by Andy Neather

Wine’s Next Price Shock

Call it the shock of the mediocre. Earlier this month in a West Country pub, I scanned the wine list out of idle interest. It offered just two wines under £30; the rest – the likes of fruity Aussie Shiraz and blah Rioja – were priced around the £38-£42 mark. Then last week I was perusing Tesco’s list for a friend who wanted wedding recommendations. I knew it would offer slim pickings – but 19 Crimes Red at £9.50? Yellow Tail Jammy Red Roo for £7.75?

Prime Minister Rishi Sunak is declaring victory over inflation; British wine drinkers haven’t noticed. ONS data for January 2024 showed that the average bottle of red now costs £7.85 – up 8% on last year. Alcohol inflation is currently more than double the headline rate. Worse, the Government is determined to make things worse with changes to alcohol duty from February next year. It adds up to a substantial challenge to both the drinks industry and wine drinkers.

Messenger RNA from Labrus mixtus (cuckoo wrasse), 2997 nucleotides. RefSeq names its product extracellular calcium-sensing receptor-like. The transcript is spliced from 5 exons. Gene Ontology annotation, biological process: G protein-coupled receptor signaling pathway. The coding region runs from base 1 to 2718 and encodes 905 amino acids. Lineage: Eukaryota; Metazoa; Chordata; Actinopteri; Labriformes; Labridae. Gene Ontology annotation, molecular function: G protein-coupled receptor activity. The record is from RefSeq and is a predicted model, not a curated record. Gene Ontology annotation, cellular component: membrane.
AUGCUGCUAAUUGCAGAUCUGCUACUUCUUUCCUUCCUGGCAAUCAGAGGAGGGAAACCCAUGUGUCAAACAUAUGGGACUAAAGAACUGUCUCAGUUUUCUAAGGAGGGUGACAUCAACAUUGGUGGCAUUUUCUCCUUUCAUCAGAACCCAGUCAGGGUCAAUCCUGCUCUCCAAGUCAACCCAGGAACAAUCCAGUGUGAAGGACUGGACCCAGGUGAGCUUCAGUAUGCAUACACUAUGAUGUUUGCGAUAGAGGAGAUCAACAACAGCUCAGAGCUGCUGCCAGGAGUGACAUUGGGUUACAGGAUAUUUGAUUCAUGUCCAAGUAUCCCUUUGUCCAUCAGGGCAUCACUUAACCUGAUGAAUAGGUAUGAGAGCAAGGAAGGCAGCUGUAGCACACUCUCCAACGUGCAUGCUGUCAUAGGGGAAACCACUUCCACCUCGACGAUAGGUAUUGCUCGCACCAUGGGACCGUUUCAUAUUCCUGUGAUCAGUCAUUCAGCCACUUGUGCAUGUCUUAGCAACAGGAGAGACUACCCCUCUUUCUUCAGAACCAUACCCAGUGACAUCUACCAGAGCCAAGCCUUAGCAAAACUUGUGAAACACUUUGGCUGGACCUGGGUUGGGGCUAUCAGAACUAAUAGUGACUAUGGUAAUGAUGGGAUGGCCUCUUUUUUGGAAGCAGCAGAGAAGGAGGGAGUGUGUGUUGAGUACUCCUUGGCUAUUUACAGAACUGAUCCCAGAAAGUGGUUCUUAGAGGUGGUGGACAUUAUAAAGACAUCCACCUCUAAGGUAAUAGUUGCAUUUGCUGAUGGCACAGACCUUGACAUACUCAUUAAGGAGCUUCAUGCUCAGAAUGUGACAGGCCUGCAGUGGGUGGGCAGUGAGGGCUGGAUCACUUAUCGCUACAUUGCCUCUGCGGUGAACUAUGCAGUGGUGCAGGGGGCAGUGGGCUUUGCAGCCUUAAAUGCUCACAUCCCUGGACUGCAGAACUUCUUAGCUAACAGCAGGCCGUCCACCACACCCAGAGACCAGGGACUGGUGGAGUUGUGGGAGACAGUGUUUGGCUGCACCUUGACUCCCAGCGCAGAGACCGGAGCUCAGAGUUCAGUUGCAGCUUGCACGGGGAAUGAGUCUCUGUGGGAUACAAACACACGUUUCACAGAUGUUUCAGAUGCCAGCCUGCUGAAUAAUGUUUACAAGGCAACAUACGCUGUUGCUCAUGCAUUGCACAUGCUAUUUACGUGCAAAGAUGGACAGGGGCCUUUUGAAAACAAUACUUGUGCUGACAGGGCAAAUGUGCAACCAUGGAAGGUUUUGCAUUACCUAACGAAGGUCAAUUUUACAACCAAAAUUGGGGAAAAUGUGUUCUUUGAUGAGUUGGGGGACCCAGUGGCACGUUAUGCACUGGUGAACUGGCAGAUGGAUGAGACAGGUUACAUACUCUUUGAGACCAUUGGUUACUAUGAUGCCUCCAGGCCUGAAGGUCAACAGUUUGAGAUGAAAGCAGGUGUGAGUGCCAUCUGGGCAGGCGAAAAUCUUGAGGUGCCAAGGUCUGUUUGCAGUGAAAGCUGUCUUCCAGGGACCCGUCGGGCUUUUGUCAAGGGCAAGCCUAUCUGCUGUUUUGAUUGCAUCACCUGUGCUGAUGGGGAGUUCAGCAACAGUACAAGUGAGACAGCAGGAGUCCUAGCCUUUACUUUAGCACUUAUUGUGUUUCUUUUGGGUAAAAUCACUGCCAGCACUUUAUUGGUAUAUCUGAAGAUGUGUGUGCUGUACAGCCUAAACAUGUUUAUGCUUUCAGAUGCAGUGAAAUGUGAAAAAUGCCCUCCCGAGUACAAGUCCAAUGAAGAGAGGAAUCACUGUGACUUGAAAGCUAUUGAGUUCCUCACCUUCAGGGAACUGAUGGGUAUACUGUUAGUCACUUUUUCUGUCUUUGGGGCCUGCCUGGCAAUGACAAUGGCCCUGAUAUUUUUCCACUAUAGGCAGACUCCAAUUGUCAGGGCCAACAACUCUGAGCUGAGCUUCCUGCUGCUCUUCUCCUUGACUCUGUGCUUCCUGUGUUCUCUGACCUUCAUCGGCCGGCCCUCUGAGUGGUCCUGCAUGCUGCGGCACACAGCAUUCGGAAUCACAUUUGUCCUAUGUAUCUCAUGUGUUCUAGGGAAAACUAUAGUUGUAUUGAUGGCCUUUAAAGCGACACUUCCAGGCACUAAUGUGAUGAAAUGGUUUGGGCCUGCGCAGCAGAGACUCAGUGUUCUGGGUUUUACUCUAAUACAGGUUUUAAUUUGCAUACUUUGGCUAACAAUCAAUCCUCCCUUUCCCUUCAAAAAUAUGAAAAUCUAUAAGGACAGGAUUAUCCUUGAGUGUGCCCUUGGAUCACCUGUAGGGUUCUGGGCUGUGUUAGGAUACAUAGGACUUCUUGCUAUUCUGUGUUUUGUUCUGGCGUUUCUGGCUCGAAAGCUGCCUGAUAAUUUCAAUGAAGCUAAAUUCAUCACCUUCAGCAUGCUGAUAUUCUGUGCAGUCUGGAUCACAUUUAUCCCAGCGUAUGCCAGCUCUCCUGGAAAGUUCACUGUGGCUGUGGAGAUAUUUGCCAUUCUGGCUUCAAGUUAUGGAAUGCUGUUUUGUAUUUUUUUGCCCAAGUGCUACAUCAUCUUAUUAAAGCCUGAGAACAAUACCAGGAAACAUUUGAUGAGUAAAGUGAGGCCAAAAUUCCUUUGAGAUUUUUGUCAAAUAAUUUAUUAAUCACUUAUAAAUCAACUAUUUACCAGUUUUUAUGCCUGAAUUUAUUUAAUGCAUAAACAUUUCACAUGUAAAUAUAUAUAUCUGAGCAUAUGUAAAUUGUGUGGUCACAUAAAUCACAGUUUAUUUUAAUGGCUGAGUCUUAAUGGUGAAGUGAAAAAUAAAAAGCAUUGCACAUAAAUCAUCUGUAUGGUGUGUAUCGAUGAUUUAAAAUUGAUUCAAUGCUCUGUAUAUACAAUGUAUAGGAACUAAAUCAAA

Wine price rises have been racing ahead of inflation for some while. If that’s clear in supermarket prices, it’s even more marked in restaurants battered by rising energy and food prices.

Looking back at wine list pictures on my phone, I see that a Valpolicella I drank at a mid-priced Italian restaurant in London’s West End in January 2022 is today selling there for £53, an increase almost three times the cumulative rate of inflation in the intervening period. At my local Georgian restaurant, I drank a Saperavi in June 2021 for £34; it’s now £45, a hike almost twice inflation. Meanwhile the Asprolithi Greek white I enjoyed at a Peckham eatery in January 2020 at £24.50 is now up by almost 50%, to £36 – more than double headline inflation.

A bigger shock is coming. Alcohol duty remained unchanged in this month’s Budget, but last March the Chancellor hiked duty on a bottle with 12.5% alcohol by 20%, or 44p, starting last August. It was the largest single increase in alcohol taxes in nearly 50 years.